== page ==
ABOUT cambodia


Cambodia is a small country with a big history. Now a modest player on the world stage, this was once the seat of one of Asia’s most magnificent early civilizations, the mighty Khmer empire of Angkor, whose legendary temples continue to provide a touchstone of national identity – as well as attracting millions of visitors every year. Away from the temples, much of the country remains refreshingly untouristed and, in many places, largely unexplored.

Fact File

Cambodia is about one and a half times the size of England – roughly the same area as the US state of Oklahoma.

Cambodia’s population is just over 15 million, of which ninety percent is Khmer. The remainder consists of ethnic Chinese and Vietnamese (together around 6 percent), the Cham (2.5 percent) and the chunchiet (1 percent).

Theravada Buddhism is practised by 96 percent of the population, alongside some animism and ancestor worship; the Cham are Muslim.

Cambodia is a constitutional monarchy, with an elected government comprising two houses of parliament, the National Assembly and the Senate.

Average annual income is just $944 per capita, making Cambodia the third poorest country in Asia (after Nepal and Bangladesh – and compared to a per capital income of $5480 in neighbouring Thailand). Average life expectancy, though improving, is just 63 years.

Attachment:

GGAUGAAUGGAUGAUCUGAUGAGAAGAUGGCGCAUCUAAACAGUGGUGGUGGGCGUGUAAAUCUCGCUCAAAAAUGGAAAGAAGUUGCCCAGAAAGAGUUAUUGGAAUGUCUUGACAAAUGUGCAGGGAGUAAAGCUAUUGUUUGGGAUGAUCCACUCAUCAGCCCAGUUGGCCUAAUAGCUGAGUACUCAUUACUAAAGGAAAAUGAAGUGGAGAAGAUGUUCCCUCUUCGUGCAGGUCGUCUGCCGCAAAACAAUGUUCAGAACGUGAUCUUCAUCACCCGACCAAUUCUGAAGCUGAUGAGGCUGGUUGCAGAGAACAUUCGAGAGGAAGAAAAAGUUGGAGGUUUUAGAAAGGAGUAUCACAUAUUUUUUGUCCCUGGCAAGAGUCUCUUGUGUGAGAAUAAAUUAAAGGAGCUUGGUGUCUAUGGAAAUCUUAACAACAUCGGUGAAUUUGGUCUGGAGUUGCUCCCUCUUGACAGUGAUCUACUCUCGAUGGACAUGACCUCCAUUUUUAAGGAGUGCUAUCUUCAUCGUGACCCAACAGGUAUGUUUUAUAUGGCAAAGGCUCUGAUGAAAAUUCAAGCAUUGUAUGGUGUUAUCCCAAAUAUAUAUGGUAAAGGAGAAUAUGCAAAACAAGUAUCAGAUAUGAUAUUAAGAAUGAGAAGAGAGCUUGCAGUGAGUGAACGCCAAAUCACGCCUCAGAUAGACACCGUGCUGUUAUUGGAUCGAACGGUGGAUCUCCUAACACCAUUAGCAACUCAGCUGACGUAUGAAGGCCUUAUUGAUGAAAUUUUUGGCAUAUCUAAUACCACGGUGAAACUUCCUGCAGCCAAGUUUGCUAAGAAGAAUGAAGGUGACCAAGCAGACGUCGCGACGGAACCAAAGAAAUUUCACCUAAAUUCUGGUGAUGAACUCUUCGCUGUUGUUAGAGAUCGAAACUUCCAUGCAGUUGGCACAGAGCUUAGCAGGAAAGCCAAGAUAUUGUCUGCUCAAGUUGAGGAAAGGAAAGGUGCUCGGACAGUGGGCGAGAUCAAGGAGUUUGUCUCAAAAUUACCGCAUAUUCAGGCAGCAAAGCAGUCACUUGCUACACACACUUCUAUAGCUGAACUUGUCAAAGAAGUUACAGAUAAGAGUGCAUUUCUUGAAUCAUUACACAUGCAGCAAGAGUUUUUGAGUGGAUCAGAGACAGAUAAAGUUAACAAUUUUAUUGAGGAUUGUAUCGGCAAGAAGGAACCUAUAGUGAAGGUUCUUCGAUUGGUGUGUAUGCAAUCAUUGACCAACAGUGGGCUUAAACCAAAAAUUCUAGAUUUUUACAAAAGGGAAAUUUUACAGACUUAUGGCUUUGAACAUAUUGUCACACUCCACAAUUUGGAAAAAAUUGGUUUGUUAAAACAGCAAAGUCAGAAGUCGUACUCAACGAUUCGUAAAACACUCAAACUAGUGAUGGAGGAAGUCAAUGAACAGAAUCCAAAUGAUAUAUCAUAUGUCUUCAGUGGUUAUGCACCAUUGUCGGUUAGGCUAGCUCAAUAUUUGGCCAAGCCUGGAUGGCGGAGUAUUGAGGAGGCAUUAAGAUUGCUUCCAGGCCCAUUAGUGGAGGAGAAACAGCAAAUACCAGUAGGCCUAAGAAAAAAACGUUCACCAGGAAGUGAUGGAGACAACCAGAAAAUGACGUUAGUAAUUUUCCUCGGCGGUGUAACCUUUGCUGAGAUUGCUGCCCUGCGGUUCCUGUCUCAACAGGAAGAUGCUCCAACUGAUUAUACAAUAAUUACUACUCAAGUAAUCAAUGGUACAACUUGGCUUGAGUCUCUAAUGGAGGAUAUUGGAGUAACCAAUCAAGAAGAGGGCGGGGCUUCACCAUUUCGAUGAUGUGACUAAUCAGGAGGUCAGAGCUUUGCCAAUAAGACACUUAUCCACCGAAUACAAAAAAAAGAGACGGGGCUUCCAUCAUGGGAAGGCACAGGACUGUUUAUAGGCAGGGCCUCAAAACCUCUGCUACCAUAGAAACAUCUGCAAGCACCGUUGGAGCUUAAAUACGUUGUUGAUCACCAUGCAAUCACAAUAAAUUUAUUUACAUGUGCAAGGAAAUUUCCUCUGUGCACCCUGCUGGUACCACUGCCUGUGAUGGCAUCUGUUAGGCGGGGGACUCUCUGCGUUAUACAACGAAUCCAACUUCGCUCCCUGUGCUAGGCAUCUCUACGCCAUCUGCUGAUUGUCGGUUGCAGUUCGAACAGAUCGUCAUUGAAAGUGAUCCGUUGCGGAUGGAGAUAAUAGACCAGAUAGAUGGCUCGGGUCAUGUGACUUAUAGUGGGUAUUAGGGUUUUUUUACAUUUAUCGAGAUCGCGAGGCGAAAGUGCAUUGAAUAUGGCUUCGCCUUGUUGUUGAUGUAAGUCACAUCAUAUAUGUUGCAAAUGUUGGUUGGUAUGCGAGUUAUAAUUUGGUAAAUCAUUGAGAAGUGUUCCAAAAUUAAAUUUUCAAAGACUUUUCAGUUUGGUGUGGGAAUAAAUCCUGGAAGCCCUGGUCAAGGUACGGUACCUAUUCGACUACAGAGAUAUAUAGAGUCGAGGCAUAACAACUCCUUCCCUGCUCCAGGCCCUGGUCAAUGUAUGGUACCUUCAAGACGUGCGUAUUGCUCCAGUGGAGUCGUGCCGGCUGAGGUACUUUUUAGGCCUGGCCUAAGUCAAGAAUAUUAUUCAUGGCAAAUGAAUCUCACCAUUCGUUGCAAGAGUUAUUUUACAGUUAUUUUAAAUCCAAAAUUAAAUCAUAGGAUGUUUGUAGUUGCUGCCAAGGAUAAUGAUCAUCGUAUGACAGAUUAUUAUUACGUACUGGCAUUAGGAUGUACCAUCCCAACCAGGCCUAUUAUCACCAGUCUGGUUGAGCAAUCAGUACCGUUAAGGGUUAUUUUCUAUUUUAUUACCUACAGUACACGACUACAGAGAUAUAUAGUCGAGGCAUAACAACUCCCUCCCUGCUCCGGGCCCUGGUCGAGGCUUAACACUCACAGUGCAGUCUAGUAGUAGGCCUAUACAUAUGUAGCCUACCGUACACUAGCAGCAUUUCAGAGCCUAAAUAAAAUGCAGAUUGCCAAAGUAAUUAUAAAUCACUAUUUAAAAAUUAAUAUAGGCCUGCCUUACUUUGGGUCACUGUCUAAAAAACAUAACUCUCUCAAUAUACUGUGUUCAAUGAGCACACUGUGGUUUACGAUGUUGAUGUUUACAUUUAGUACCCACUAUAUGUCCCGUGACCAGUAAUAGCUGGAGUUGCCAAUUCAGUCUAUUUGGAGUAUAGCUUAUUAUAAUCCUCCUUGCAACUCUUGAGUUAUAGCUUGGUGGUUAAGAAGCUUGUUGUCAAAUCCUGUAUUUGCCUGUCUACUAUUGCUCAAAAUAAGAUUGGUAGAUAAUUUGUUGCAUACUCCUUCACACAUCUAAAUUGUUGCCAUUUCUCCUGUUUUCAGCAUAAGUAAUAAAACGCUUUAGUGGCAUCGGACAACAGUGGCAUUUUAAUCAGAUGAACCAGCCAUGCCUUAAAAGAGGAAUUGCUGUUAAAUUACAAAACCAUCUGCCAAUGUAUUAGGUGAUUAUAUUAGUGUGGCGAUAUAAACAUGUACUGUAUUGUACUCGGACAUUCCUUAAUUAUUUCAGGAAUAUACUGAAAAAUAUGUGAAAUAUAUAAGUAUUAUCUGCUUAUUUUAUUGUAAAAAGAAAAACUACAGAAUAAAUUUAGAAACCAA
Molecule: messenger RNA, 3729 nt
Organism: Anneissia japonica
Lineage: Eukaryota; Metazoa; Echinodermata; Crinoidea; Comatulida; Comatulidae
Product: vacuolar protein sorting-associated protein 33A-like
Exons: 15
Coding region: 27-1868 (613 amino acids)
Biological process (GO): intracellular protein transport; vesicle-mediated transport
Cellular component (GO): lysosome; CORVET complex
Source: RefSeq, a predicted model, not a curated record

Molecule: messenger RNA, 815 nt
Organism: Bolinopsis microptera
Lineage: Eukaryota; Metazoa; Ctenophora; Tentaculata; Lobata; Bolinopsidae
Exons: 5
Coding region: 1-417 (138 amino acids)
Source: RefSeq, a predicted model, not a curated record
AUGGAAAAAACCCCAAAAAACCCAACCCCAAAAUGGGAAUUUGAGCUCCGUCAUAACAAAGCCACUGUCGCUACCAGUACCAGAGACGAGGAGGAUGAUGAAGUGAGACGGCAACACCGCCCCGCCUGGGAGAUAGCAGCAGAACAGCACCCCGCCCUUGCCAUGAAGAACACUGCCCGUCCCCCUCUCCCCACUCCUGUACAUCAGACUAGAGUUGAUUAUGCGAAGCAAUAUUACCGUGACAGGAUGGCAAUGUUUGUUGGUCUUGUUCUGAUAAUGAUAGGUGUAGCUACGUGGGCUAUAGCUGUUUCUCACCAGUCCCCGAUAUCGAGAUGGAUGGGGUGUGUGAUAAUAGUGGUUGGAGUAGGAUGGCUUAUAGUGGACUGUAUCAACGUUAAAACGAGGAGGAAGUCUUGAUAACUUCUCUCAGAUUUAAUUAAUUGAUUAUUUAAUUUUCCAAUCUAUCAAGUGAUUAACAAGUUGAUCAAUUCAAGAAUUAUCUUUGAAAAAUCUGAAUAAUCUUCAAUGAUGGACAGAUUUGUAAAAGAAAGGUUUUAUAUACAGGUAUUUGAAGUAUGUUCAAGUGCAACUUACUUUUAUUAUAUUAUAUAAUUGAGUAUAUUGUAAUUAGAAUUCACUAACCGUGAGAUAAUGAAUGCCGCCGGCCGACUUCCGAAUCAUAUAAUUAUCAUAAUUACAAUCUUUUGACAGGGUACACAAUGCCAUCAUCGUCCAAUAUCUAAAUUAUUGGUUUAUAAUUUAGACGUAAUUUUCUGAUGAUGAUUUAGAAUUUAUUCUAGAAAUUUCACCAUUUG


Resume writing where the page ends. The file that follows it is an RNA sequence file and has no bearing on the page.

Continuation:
Cambodia has one of the world’s highest rates of deforestation, the fifth highest globally, according to recent figures. Primary rainforest cover fell from over 70 percent in 1970 to just 3.1 percent in 2007.

Cambodia has changed its name more frequently than almost any other country in the world. Within the past half-century it’s been known variously as the Khmer Republic (1970–75), Democratic Kampuchea (under the Khmer Rouge, 1976–79) and the People’s Republic of Kampuchea (1979–89). It’s now officially called the Kingdom of Cambodia.

The Cambodian flag is embellished with an image of Angkor Wat – the only national flag in the world with a picture of a building on it.

Getting there

There are no direct flights to Cambodia from Europe, North America, Australasia or South Africa, so if you plan to fly into the country you’ll need to get a connecting flight from elsewhere in Southeast or East Asia.


Cambodia remains consistently hot year-round – seasons are defined principally by rainfall rather than temperature. The dry season runs from November to May, subdivided into the so-called cool season (Nov–Feb), the peak tourist period, and the slightly warmer and more humid hot season (March–May). The rainy season (roughly June–Oct) is when the country receives most of its annual rainfall, although occasional downpours can occur at pretty much any time of year.


Cambodia is one of the cheapest Asian countries to visit, and although prices are starting to creep up, the country still offers outstanding value.